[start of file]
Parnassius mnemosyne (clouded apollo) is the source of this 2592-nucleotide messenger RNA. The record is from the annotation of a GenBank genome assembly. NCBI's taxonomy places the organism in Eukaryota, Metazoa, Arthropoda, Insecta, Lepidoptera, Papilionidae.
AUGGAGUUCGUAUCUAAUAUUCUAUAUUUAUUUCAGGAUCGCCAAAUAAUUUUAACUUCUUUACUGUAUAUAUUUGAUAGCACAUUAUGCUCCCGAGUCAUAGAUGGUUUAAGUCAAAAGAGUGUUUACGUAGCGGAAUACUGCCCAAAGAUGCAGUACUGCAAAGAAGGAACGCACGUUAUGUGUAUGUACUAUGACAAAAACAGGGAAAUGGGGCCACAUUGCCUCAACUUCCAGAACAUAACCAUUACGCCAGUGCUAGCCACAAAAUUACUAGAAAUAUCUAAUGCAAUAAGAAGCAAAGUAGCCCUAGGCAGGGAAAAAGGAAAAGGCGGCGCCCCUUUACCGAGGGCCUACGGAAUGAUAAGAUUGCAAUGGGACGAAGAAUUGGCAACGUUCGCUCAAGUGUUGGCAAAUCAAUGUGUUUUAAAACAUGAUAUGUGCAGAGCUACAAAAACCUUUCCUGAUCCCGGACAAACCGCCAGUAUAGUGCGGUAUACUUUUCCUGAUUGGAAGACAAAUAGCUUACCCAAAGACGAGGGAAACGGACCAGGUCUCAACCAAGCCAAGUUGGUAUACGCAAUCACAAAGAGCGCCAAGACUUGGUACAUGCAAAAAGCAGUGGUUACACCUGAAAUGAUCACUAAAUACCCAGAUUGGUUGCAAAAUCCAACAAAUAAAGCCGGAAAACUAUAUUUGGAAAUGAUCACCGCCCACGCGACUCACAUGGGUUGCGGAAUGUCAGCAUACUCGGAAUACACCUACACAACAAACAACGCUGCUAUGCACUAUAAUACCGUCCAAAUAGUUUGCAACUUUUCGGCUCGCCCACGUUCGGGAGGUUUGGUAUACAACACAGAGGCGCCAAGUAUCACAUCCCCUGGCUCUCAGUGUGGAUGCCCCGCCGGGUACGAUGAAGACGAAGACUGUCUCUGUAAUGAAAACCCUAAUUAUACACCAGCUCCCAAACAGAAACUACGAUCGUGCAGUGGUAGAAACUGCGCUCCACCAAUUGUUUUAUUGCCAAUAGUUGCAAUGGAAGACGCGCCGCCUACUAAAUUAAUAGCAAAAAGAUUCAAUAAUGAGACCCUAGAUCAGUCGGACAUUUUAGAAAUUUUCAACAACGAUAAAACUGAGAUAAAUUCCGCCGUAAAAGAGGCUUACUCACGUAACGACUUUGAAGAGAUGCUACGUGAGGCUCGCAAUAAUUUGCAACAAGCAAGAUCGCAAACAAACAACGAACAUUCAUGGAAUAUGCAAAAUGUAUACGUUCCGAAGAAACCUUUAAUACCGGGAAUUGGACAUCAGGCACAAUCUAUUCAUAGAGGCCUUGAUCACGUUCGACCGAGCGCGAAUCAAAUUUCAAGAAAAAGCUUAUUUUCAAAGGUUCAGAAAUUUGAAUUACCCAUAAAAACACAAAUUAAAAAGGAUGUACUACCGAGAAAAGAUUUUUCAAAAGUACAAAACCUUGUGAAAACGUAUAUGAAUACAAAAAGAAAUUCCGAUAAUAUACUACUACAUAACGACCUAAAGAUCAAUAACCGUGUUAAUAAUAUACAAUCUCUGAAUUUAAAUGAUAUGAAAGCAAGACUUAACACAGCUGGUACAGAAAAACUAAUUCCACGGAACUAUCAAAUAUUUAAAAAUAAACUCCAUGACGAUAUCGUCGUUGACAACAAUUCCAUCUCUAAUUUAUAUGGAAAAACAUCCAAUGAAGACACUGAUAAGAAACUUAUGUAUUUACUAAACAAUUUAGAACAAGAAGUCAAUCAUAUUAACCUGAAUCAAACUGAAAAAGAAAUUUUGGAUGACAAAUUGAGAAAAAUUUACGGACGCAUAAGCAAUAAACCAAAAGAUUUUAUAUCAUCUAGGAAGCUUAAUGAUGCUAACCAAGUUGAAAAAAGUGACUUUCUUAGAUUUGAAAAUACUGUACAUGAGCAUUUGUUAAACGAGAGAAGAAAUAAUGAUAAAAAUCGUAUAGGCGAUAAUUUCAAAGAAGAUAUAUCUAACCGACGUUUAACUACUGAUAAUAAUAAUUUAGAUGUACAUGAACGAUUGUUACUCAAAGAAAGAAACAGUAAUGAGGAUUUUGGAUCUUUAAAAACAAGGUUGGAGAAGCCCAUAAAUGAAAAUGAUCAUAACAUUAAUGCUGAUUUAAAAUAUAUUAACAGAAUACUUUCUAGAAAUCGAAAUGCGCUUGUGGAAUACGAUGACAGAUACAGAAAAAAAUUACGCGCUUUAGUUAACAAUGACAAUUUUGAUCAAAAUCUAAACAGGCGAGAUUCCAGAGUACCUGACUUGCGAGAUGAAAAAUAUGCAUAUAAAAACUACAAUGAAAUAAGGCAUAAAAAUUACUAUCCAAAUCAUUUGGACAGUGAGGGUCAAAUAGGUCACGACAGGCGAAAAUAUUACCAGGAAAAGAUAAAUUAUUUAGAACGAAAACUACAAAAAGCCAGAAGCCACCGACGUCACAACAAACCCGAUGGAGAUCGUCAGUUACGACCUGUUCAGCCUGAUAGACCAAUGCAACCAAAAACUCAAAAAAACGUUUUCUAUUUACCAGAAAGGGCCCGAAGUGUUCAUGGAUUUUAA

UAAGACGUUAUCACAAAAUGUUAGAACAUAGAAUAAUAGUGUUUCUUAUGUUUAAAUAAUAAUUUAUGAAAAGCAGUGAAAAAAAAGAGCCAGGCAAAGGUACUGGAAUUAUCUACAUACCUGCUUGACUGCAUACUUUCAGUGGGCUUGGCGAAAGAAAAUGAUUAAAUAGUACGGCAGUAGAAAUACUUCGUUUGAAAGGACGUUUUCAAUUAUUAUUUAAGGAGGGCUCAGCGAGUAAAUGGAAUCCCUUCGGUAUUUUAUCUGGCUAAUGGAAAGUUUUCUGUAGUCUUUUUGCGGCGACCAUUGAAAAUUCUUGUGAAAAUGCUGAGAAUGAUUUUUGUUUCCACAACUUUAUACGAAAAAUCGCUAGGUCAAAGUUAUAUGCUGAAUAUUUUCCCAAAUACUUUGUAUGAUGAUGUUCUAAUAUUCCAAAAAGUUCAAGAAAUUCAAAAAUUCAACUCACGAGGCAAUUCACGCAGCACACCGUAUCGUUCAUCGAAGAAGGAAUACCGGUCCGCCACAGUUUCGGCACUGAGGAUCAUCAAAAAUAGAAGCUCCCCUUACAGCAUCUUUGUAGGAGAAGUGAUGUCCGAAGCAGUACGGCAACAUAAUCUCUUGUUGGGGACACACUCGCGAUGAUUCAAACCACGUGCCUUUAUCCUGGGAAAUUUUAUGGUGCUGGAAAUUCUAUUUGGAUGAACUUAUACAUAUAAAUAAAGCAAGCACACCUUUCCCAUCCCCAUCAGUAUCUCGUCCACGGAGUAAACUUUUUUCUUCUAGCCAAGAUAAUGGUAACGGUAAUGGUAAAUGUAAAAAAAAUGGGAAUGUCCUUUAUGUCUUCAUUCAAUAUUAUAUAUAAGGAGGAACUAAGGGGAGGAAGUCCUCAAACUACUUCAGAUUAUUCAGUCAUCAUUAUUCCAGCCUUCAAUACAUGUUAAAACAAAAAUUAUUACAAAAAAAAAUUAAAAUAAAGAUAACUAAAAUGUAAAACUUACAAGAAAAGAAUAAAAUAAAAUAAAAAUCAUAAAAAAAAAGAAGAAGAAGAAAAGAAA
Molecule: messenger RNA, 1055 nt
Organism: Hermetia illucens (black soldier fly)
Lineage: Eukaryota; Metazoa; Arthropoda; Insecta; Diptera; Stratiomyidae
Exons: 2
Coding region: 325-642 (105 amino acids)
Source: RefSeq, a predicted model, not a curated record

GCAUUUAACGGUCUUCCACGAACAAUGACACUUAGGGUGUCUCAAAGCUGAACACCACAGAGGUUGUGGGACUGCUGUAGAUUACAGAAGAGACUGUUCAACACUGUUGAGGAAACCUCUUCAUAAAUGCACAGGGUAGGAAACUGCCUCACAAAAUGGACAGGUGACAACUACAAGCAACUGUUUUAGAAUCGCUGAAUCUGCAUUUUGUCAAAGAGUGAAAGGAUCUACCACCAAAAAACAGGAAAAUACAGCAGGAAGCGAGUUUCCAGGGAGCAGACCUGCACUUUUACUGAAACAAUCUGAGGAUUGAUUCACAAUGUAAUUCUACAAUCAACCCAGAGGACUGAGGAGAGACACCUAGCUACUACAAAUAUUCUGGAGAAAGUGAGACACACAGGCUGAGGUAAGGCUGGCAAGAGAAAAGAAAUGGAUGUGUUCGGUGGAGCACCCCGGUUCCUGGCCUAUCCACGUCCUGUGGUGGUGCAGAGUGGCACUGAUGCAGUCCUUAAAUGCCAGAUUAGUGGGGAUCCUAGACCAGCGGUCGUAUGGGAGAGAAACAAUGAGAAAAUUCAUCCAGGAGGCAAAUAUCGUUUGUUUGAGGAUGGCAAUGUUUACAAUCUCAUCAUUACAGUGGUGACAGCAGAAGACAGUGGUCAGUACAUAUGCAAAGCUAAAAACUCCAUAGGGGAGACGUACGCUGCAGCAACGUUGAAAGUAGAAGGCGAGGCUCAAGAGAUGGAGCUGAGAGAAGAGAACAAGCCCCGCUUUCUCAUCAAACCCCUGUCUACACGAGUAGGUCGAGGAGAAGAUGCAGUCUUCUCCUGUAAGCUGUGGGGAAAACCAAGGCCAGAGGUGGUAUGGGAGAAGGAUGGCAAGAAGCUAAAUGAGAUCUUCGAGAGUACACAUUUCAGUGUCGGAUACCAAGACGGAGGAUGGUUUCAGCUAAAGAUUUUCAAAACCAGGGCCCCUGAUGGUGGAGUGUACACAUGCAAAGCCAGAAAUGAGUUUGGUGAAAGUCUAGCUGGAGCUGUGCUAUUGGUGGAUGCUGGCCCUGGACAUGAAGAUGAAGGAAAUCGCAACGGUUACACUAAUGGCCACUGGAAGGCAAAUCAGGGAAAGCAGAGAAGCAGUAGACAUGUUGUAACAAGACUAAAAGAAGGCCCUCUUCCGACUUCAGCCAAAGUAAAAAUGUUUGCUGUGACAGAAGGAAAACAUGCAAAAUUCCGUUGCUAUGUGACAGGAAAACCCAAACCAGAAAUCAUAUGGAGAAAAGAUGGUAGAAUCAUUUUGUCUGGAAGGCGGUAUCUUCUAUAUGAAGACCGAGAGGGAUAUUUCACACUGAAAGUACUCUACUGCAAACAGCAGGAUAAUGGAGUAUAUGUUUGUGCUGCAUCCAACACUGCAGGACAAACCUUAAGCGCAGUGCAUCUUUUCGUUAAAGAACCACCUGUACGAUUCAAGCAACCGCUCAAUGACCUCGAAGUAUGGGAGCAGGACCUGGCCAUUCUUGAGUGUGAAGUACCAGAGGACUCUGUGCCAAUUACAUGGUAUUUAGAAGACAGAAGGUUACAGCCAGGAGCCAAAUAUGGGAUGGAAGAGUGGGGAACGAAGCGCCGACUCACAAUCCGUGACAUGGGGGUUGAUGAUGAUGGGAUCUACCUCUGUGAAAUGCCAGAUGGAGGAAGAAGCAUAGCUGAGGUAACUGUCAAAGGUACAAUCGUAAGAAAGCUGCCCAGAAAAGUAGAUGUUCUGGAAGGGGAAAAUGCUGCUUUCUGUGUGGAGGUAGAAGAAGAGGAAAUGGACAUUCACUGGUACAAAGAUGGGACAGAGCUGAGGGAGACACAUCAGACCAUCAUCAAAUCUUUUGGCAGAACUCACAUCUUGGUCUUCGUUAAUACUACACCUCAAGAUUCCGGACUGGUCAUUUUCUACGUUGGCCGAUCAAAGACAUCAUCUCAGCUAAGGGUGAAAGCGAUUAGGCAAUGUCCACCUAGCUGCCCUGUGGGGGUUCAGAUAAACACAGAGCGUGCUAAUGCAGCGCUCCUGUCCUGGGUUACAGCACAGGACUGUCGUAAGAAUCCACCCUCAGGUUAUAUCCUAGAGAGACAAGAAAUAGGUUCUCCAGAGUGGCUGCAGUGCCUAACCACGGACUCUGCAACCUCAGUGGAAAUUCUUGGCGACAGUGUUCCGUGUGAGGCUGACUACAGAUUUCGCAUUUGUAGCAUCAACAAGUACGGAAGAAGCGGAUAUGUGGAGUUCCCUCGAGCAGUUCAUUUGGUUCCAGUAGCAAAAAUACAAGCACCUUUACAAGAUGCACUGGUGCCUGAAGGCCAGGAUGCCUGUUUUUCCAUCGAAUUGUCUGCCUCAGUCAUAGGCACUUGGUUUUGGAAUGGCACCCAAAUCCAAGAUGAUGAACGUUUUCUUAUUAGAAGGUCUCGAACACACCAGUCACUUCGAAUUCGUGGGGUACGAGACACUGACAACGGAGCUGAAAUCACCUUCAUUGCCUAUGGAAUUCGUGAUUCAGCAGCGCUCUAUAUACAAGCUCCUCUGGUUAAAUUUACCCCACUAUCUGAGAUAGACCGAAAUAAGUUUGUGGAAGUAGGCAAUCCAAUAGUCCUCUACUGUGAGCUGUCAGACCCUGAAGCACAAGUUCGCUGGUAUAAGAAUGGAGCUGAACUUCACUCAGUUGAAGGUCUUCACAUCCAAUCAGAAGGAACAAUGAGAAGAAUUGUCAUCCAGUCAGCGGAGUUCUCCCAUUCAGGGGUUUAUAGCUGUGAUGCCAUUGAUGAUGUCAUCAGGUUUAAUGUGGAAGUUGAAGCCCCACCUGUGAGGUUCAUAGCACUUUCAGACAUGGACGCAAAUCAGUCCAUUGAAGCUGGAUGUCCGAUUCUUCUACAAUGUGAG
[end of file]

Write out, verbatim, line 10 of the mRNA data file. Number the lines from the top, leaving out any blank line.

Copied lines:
GCAUUUAACGGUCUUCCACGAACAAUGACACUUAGGGUGUCUCAAAGCUGAACACCACAGAGGUUGUGGGACUGCUGUAGAUUACAGAAGAGACUGUUCAACACUGUUGAGGAAACCUCUUCAUAAAUGCACAGGGUAGGAAACUGCCUCACAAAAUGGACAGGUGACAACUACAAGCAACUGUUUUAGAAUCGCUGAAUCUGCAUUUUGUCAAAGAGUGAAAGGAUCUACCACCAAAAAACAGGAAAAUACAGCAGGAAGCGAGUUUCCAGGGAGCAGACCUGCACUUUUACUGAAACAAUCUGAGGAUUGAUUCACAAUGUAAUUCUACAAUCAACCCAGAGGACUGAGGAGAGACACCUAGCUACUACAAAUAUUCUGGAGAAAGUGAGACACACAGGCUGAGGUAAGGCUGGCAAGAGAAAAGAAAUGGAUGUGUUCGGUGGAGCACCCCGGUUCCUGGCCUAUCCACGUCCUGUGGUGGUGCAGAGUGGCACUGAUGCAGUCCUUAAAUGCCAGAUUAGUGGGGAUCCUAGACCAGCGGUCGUAUGGGAGAGAAACAAUGAGAAAAUUCAUCCAGGAGGCAAAUAUCGUUUGUUUGAGGAUGGCAAUGUUUACAAUCUCAUCAUUACAGUGGUGACAGCAGAAGACAGUGGUCAGUACAUAUGCAAAGCUAAAAACUCCAUAGGGGAGACGUACGCUGCAGCAACGUUGAAAGUAGAAGGCGAGGCUCAAGAGAUGGAGCUGAGAGAAGAGAACAAGCCCCGCUUUCUCAUCAAACCCCUGUCUACACGAGUAGGUCGAGGAGAAGAUGCAGUCUUCUCCUGUAAGCUGUGGGGAAAACCAAGGCCAGAGGUGGUAUGGGAGAAGGAUGGCAAGAAGCUAAAUGAGAUCUUCGAGAGUACACAUUUCAGUGUCGGAUACCAAGACGGAGGAUGGUUUCAGCUAAAGAUUUUCAAAACCAGGGCCCCUGAUGGUGGAGUGUACACAUGCAAAGCCAGAAAUGAGUUUGGUGAAAGUCUAGCUGGAGCUGUGCUAUUGGUGGAUGCUGGCCCUGGACAUGAAGAUGAAGGAAAUCGCAACGGUUACACUAAUGGCCACUGGAAGGCAAAUCAGGGAAAGCAGAGAAGCAGUAGACAUGUUGUAACAAGACUAAAAGAAGGCCCUCUUCCGACUUCAGCCAAAGUAAAAAUGUUUGCUGUGACAGAAGGAAAACAUGCAAAAUUCCGUUGCUAUGUGACAGGAAAACCCAAACCAGAAAUCAUAUGGAGAAAAGAUGGUAGAAUCAUUUUGUCUGGAAGGCGGUAUCUUCUAUAUGAAGACCGAGAGGGAUAUUUCACACUGAAAGUACUCUACUGCAAACAGCAGGAUAAUGGAGUAUAUGUUUGUGCUGCAUCCAACACUGCAGGACAAACCUUAAGCGCAGUGCAUCUUUUCGUUAAAGAACCACCUGUACGAUUCAAGCAACCGCUCAAUGACCUCGAAGUAUGGGAGCAGGACCUGGCCAUUCUUGAGUGUGAAGUACCAGAGGACUCUGUGCCAAUUACAUGGUAUUUAGAAGACAGAAGGUUACAGCCAGGAGCCAAAUAUGGGAUGGAAGAGUGGGGAACGAAGCGCCGACUCACAAUCCGUGACAUGGGGGUUGAUGAUGAUGGGAUCUACCUCUGUGAAAUGCCAGAUGGAGGAAGAAGCAUAGCUGAGGUAACUGUCAAAGGUACAAUCGUAAGAAAGCUGCCCAGAAAAGUAGAUGUUCUGGAAGGGGAAAAUGCUGCUUUCUGUGUGGAGGUAGAAGAAGAGGAAAUGGACAUUCACUGGUACAAAGAUGGGACAGAGCUGAGGGAGACACAUCAGACCAUCAUCAAAUCUUUUGGCAGAACUCACAUCUUGGUCUUCGUUAAUACUACACCUCAAGAUUCCGGACUGGUCAUUUUCUACGUUGGCCGAUCAAAGACAUCAUCUCAGCUAAGGGUGAAAGCGAUUAGGCAAUGUCCACCUAGCUGCCCUGUGGGGGUUCAGAUAAACACAGAGCGUGCUAAUGCAGCGCUCCUGUCCUGGGUUACAGCACAGGACUGUCGUAAGAAUCCACCCUCAGGUUAUAUCCUAGAGAGACAAGAAAUAGGUUCUCCAGAGUGGCUGCAGUGCCUAACCACGGACUCUGCAACCUCAGUGGAAAUUCUUGGCGACAGUGUUCCGUGUGAGGCUGACUACAGAUUUCGCAUUUGUAGCAUCAACAAGUACGGAAGAAGCGGAUAUGUGGAGUUCCCUCGAGCAGUUCAUUUGGUUCCAGUAGCAAAAAUACAAGCACCUUUACAAGAUGCACUGGUGCCUGAAGGCCAGGAUGCCUGUUUUUCCAUCGAAUUGUCUGCCUCAGUCAUAGGCACUUGGUUUUGGAAUGGCACCCAAAUCCAAGAUGAUGAACGUUUUCUUAUUAGAAGGUCUCGAACACACCAGUCACUUCGAAUUCGUGGGGUACGAGACACUGACAACGGAGCUGAAAUCACCUUCAUUGCCUAUGGAAUUCGUGAUUCAGCAGCGCUCUAUAUACAAGCUCCUCUGGUUAAAUUUACCCCACUAUCUGAGAUAGACCGAAAUAAGUUUGUGGAAGUAGGCAAUCCAAUAGUCCUCUACUGUGAGCUGUCAGACCCUGAAGCACAAGUUCGCUGGUAUAAGAAUGGAGCUGAACUUCACUCAGUUGAAGGUCUUCACAUCCAAUCAGAAGGAACAAUGAGAAGAAUUGUCAUCCAGUCAGCGGAGUUCUCCCAUUCAGGGGUUUAUAGCUGUGAUGCCAUUGAUGAUGUCAUCAGGUUUAAUGUGGAAGUUGAAGCCCCACCUGUGAGGUUCAUAGCACUUUCAGACAUGGACGCAAAUCAGUCCAUUGAAGCUGGAUGUCCGAUUCUUCUACAAUGUGAG